While expectations are still running high that Health City Cayman Islands will make a significant contribution to the economy of East End and kick start medical tourism, the hospital is awaiting specialist accreditation which will allow it to attract patients from North America and it is not clear when the numbers of patients will begin to make an impact. However officials stated Tuesday that patient numbers have been steadily increasing.

At present the hospital is dependent on regional and local patients and is one of the few facilities within the region wheresuch procedures as the electrophysiology study (EPS) and radiofrequency ablation (RFA) can be carried out.

Officials from the facility said that for every ten to fifteen cardiac centres in the world, only one centre will perform this procedure, “a testament to the high level of expertise found at Health City Cayman Islands.”

Ideal for neighbouring Caribbean islands, patients are now able to shorten their travel time for tertiary care, and avoid the high cost of travel and visa requirements for equivalent care within the United States or elsewhere, the hospital stated. Officials did not state how the patient came from Trinidad as airlift poses a problem for patients from the region as some will still need to go via the US to get to Cayman.

Nevertheless, the hospital is focused on becoming the go to place in the Caribbean and central America for cardiac treatment.

“We believe Health City’s ability to offer such a highly specialised procedure will be of great benefit to Cayman residents having cardiacrhythm disorders (palpitations) because they now do not need to go through the trouble and expense of going overseas for such a procedure. Our international patients can also benefit from this new procedure, receiving treatment in a world class destination, providing a pleasurable and holistic recovery process,” Dr Ravi Kishore, Chief Interventional Cardiologist and Electrophysiologist at Health City Cayman Islands, who performed the procedure said.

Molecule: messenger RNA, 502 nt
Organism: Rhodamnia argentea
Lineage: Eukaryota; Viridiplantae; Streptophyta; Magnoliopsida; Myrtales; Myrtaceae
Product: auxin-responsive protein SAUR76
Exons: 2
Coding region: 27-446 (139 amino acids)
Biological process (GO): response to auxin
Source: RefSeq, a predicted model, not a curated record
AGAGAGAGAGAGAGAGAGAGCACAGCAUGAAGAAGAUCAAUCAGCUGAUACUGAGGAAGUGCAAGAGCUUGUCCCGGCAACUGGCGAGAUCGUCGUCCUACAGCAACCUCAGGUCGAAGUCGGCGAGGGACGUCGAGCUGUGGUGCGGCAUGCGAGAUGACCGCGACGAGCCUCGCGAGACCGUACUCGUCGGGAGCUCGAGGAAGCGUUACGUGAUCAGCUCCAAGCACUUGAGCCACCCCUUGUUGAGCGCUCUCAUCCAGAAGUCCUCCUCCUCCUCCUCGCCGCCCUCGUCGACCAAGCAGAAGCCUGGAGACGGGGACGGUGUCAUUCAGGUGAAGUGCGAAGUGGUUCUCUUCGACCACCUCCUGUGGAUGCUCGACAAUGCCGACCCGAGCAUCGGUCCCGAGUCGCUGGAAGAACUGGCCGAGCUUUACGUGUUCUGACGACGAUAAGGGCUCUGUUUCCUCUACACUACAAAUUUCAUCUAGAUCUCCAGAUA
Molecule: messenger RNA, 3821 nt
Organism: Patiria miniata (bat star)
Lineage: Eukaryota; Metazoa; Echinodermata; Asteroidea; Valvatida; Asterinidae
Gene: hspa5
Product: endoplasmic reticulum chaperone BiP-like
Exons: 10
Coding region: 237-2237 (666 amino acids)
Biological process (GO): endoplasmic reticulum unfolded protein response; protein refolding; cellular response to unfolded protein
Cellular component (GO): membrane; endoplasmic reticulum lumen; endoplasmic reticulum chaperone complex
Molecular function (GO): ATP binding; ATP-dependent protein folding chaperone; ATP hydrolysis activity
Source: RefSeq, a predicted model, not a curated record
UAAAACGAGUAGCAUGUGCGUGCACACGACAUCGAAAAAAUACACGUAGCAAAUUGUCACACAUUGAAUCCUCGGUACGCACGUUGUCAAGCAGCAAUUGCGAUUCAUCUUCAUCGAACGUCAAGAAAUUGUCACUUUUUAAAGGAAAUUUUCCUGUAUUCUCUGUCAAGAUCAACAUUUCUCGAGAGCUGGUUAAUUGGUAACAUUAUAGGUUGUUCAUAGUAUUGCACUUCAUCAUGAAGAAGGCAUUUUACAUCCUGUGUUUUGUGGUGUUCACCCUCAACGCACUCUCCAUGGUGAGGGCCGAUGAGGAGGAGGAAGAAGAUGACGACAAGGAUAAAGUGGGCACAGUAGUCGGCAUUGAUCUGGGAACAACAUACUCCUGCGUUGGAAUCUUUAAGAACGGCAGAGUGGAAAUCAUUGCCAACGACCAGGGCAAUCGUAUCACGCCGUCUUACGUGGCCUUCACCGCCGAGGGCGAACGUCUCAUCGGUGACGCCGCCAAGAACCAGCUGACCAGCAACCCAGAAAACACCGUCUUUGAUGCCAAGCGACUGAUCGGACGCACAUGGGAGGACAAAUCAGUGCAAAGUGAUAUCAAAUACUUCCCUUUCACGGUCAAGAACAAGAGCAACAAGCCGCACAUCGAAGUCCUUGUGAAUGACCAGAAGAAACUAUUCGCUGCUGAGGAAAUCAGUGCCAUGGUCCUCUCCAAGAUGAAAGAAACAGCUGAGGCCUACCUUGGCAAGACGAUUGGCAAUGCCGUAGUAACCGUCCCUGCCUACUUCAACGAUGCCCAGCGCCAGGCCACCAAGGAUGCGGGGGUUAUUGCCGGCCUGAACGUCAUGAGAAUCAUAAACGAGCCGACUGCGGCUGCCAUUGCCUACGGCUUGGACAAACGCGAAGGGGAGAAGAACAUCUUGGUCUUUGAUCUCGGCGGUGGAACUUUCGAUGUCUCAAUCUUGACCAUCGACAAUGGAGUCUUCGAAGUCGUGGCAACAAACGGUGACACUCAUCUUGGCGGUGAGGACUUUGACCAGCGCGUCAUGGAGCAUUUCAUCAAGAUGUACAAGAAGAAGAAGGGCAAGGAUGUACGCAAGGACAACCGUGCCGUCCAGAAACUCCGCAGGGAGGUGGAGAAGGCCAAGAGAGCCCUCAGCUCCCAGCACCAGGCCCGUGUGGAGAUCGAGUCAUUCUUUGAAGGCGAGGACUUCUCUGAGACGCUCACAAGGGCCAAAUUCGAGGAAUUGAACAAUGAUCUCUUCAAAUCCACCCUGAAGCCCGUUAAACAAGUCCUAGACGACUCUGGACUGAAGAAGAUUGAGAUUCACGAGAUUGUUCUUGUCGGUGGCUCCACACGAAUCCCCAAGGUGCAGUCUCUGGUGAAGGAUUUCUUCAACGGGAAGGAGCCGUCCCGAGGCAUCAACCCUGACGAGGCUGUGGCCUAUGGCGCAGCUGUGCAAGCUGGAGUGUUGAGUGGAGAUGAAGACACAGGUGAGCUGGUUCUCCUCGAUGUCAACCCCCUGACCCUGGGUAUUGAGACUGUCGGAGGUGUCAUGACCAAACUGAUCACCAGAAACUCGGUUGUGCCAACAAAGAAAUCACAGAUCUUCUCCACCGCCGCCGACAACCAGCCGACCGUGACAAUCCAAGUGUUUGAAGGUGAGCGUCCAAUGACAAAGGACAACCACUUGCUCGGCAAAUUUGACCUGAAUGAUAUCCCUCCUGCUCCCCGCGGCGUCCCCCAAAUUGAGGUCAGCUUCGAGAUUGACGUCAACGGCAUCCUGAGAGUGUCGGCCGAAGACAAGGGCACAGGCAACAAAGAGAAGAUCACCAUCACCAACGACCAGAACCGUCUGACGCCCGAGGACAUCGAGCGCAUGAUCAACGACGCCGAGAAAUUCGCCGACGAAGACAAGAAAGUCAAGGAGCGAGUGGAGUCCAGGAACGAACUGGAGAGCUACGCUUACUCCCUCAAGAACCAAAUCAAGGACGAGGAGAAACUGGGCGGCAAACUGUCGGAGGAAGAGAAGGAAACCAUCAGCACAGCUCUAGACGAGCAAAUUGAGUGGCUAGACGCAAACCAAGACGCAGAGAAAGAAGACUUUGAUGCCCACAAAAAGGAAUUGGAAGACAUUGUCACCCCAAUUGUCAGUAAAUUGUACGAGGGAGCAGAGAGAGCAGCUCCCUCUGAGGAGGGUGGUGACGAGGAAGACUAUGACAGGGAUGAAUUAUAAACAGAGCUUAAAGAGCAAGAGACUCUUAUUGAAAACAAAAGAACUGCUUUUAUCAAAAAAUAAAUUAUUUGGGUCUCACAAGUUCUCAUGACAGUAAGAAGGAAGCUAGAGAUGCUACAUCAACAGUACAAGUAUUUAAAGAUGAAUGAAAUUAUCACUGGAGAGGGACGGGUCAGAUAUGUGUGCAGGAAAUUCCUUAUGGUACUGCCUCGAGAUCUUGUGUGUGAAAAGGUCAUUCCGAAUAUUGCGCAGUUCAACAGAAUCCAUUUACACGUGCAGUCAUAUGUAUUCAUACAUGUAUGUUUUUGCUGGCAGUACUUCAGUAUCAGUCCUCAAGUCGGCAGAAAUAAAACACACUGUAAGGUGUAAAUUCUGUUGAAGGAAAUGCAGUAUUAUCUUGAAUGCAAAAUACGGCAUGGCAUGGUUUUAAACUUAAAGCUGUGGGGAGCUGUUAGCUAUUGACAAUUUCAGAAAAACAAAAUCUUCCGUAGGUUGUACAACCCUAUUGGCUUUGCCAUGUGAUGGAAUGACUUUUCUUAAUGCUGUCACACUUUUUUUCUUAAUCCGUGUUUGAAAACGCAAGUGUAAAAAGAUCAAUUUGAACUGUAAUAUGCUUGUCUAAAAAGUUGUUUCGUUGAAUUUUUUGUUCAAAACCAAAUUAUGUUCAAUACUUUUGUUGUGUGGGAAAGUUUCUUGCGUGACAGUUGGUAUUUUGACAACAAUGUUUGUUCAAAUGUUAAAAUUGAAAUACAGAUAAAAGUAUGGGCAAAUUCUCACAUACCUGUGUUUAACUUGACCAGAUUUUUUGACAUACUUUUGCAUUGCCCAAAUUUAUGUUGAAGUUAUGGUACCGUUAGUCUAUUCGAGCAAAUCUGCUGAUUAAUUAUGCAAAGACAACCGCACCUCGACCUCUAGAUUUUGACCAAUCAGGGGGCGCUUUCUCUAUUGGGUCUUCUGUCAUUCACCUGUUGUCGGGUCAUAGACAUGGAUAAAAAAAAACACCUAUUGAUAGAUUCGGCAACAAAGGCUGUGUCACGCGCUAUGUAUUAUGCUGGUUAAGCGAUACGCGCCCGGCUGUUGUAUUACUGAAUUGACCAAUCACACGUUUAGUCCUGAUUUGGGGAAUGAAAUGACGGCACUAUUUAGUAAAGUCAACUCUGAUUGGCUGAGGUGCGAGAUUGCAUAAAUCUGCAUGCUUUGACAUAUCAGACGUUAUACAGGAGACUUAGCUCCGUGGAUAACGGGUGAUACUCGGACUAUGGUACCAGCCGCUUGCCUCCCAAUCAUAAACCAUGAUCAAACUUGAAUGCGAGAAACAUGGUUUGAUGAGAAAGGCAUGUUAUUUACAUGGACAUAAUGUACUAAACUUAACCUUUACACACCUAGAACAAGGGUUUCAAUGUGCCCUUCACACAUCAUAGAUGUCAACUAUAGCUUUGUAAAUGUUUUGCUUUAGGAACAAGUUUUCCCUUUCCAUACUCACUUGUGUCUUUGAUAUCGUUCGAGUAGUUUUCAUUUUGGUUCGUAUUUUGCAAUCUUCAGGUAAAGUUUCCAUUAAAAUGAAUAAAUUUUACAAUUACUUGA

He explained why such a course of action may be necessary for a patient in a release on Monday:

“An EPS is a procedure used to evaluate the electrical conduction system of the heart. Patients might be referred for an EPS because they may be experiencing abnormal electrical impulses through their heart: it may be beating too fast, slow, or irregularly. The aim of an electrophysiology study is to analyse the cause of the abnormal heart rhythm and guide any further treatment options,” he said.

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Brac committee to work on ToRs for marina EIA

| 03/06/2014 | 26 Comments

(CNS): Government has appointed an Environmental Oversight Committee for Cayman Brac and its first job will be to work on the controversial proposal for a marina at Salt Water Pond. Cabinet has also appointed two more people to the Development Control Board to enable a quorum to be achieved without conflict of interest, government officials said in a release on Monday. This application is just one of three proposals for marinas on the Brac. The committee and the control board will be involved in defining the terms of reference for the Environmental Impact Assessment that must be undertaken before the project can be considered.

The Environmental Oversight Committee comprises District Administration Chief Officer Stran Bodden, Deputy District Commissioner Mark Tibbetts, the Directors of Planning and Environment respectively, along with Burnard Tibbetts, Cornel Burke and Kenny Ryan. 

Audley Scott and Yvonne Walton have been appointed as interim members of the control board.